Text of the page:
Kootenay Camas Project Publications:

Camas at the Confluence:  Where Ecology and Culture Meet at Kp’ítl’els (Valerie Huff, Eva Johansson, 2012)
The land surrounding the confluence of the Kootenay River and the Columbia River may once have been a highly productive camas meadow.  Read the full Menziesia article.

Columbia River Basin Biodiversity Atlas:  Common Camas
Camas featured on the Columbia River Basin Biodiversity Atlas.
http://biodiversityatlas.org/species/camas.php

Kootenay Camas Project 2012:  Camas Inventory and Density Maps (Kylie Morin, 2012)
Maps produced from the 2012 Kootenay Camas Project field season
http://www.sgrc.selkirk.ca/bioatlas/pdf/CamasMapsReport.pdf

Recommended Reading:

Native Plant Propagation Guidelines: Camassia quamash (common camas).  (Garry oak ecosystems recovery team)
http://www.goert.ca/propagation_guidelines/forbs/camassia_quamash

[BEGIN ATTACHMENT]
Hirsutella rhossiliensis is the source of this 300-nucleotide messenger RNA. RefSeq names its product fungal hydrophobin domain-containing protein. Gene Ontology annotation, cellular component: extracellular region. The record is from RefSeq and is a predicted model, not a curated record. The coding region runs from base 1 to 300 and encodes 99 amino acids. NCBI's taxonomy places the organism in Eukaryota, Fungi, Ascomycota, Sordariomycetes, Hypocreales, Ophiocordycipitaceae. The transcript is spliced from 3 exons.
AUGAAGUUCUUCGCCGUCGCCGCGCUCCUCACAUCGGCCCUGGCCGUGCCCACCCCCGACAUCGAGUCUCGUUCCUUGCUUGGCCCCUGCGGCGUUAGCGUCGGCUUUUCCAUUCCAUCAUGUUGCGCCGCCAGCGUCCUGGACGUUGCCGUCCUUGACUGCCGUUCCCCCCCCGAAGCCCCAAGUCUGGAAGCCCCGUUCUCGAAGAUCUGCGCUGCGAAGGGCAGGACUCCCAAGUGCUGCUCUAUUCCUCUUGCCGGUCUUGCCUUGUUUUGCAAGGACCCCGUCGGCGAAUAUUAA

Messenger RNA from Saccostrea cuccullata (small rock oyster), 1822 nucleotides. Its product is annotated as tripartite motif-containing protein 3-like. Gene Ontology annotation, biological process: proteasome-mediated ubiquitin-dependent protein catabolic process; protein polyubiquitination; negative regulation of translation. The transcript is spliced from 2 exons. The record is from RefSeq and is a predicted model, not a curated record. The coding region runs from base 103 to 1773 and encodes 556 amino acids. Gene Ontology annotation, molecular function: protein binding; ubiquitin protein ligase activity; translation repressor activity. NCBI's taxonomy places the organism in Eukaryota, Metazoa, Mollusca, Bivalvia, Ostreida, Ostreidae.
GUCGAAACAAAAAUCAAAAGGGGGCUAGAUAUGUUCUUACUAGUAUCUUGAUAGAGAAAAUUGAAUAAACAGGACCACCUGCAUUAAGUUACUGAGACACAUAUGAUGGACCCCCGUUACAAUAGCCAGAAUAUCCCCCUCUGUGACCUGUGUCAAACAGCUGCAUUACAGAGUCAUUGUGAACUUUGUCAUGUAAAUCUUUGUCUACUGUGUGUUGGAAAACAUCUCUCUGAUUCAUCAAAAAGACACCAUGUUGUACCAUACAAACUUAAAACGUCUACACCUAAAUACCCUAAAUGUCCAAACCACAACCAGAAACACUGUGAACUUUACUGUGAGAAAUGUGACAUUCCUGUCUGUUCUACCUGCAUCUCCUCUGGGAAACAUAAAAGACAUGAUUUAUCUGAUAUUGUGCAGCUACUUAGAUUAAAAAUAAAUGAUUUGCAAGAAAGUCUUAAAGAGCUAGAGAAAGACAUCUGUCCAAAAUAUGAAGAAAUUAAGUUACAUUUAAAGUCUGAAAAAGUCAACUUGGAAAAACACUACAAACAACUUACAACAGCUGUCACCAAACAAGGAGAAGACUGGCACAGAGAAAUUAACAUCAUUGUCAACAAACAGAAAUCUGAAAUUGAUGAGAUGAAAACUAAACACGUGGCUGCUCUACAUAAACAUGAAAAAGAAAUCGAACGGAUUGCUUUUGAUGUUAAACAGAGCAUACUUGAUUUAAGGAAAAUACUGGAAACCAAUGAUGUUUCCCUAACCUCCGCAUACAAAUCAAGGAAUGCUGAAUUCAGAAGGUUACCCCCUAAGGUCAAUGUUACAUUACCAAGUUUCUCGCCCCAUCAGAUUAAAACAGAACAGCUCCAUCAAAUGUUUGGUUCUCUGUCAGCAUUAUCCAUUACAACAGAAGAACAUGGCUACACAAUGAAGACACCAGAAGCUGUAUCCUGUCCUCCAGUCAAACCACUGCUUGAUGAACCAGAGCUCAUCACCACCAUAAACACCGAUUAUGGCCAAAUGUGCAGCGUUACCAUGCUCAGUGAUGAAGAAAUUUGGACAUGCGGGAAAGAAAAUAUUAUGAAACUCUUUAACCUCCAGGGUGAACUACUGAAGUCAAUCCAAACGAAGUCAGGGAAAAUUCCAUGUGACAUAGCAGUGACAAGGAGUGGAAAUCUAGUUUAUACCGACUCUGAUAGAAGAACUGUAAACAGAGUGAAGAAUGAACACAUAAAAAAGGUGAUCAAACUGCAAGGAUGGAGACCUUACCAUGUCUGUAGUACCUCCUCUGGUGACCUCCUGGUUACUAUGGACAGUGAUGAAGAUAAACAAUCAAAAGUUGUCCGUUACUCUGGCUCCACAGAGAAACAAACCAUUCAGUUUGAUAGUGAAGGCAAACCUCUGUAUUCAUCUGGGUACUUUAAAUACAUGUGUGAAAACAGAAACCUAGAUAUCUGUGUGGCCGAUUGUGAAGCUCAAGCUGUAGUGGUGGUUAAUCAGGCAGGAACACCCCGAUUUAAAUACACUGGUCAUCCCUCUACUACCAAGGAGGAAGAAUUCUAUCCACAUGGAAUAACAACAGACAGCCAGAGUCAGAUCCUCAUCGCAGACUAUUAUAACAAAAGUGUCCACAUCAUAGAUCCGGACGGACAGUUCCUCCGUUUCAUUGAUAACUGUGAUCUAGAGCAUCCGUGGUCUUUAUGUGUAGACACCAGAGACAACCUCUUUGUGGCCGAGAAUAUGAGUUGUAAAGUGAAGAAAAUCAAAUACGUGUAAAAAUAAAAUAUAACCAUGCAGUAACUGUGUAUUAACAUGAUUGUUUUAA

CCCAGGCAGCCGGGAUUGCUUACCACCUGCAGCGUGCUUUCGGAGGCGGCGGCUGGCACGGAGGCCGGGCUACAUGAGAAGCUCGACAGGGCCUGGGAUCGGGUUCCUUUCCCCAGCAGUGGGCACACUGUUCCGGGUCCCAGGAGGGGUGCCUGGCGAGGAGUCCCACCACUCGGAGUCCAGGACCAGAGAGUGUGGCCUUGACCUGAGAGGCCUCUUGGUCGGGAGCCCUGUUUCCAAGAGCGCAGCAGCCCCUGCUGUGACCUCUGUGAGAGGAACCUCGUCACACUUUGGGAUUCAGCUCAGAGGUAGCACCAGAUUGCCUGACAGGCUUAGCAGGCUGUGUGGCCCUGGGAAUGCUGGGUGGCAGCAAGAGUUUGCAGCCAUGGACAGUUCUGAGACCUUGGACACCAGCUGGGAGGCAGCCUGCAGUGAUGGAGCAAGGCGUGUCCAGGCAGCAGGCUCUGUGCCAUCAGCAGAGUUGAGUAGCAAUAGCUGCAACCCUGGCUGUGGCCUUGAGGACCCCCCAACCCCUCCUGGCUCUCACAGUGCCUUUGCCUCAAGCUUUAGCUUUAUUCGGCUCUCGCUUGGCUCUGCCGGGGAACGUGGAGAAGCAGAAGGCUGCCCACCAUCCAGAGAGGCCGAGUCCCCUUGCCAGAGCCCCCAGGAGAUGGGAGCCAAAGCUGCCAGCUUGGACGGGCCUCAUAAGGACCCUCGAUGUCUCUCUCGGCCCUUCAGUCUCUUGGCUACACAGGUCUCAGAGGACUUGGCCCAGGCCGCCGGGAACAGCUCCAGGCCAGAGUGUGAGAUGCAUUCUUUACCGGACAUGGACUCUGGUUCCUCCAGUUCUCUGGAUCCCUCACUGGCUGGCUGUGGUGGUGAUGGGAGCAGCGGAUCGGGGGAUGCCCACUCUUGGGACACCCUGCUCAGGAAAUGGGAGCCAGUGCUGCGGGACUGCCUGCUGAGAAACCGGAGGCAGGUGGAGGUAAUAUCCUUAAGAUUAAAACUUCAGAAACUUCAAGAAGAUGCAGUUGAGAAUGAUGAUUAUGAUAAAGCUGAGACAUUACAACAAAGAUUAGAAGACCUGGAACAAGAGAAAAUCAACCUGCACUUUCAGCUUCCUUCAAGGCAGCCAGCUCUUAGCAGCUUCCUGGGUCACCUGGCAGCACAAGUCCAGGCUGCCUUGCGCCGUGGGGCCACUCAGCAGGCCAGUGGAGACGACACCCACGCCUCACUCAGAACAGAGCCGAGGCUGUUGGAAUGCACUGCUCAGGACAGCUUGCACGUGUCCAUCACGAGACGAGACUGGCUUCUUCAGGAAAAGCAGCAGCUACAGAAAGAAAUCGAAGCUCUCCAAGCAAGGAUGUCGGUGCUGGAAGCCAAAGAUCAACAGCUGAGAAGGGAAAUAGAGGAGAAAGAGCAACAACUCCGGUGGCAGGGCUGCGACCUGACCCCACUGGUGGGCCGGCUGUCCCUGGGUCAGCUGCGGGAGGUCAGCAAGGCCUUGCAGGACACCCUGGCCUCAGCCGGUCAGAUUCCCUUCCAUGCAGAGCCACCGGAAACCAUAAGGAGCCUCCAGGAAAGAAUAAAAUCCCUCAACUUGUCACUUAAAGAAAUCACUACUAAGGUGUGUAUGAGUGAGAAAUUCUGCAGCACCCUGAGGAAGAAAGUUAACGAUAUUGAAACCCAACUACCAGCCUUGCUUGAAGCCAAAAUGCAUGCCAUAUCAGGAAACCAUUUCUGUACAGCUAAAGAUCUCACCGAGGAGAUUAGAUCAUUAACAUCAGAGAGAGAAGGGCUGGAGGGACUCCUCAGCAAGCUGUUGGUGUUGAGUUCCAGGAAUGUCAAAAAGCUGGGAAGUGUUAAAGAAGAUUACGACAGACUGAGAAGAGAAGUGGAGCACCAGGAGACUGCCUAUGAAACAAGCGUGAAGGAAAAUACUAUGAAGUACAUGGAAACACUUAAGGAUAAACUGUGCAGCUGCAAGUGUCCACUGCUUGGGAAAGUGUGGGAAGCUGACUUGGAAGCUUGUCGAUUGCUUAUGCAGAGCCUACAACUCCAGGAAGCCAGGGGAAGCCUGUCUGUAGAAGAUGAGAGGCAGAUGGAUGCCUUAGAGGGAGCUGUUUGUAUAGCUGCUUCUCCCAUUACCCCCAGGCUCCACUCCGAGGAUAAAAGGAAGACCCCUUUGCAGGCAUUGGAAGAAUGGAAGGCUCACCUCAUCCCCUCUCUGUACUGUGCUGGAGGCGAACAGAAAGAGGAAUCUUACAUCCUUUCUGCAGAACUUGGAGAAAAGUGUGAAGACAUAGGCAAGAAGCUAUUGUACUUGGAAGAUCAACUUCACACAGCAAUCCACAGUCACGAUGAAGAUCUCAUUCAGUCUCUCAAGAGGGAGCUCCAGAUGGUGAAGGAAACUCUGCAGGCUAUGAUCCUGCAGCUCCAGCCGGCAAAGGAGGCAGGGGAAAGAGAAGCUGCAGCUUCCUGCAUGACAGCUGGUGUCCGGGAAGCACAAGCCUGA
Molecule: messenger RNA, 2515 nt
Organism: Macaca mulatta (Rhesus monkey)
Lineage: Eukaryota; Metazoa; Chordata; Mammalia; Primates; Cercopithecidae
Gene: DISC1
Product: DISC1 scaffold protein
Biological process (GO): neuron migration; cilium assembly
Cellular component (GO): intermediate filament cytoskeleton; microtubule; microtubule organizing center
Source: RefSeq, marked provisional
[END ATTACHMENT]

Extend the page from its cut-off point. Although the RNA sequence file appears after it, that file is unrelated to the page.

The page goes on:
Camas.  Camas serve double duty – with exceptional beauty and an exotic taste.  (Richard Hebda)
http://www.gardenwiseonline.ca/gw/plants/2002/05/19/camas#ixzz1ovQpXhGo

Protecting our natives:  Habitat loss and invading exotic species are threatening what remains of the native vegetation found in the Garry oak ecosystem. 
http://www.canadiangeographic.ca/magazine/so06/indepth/nature.asp

Spring Lilies.  Sunshine Coast Botanical Garden Society
http://www.coastbotanicalgarden.org/article_spring_lilies.shtml

Smithsonian National Museum of Natural History: Camassia quamash (Pursh) Greene.  Small camas. 
The cultivation, processing and trade of camas bulb is a prime example of how Indians used native plants to sustain themselves and for trade with others, including with the Lewis and Clark expedition…
http://www.mnh.si.edu/lewisandclark/resources/Camassia_quamash.pdf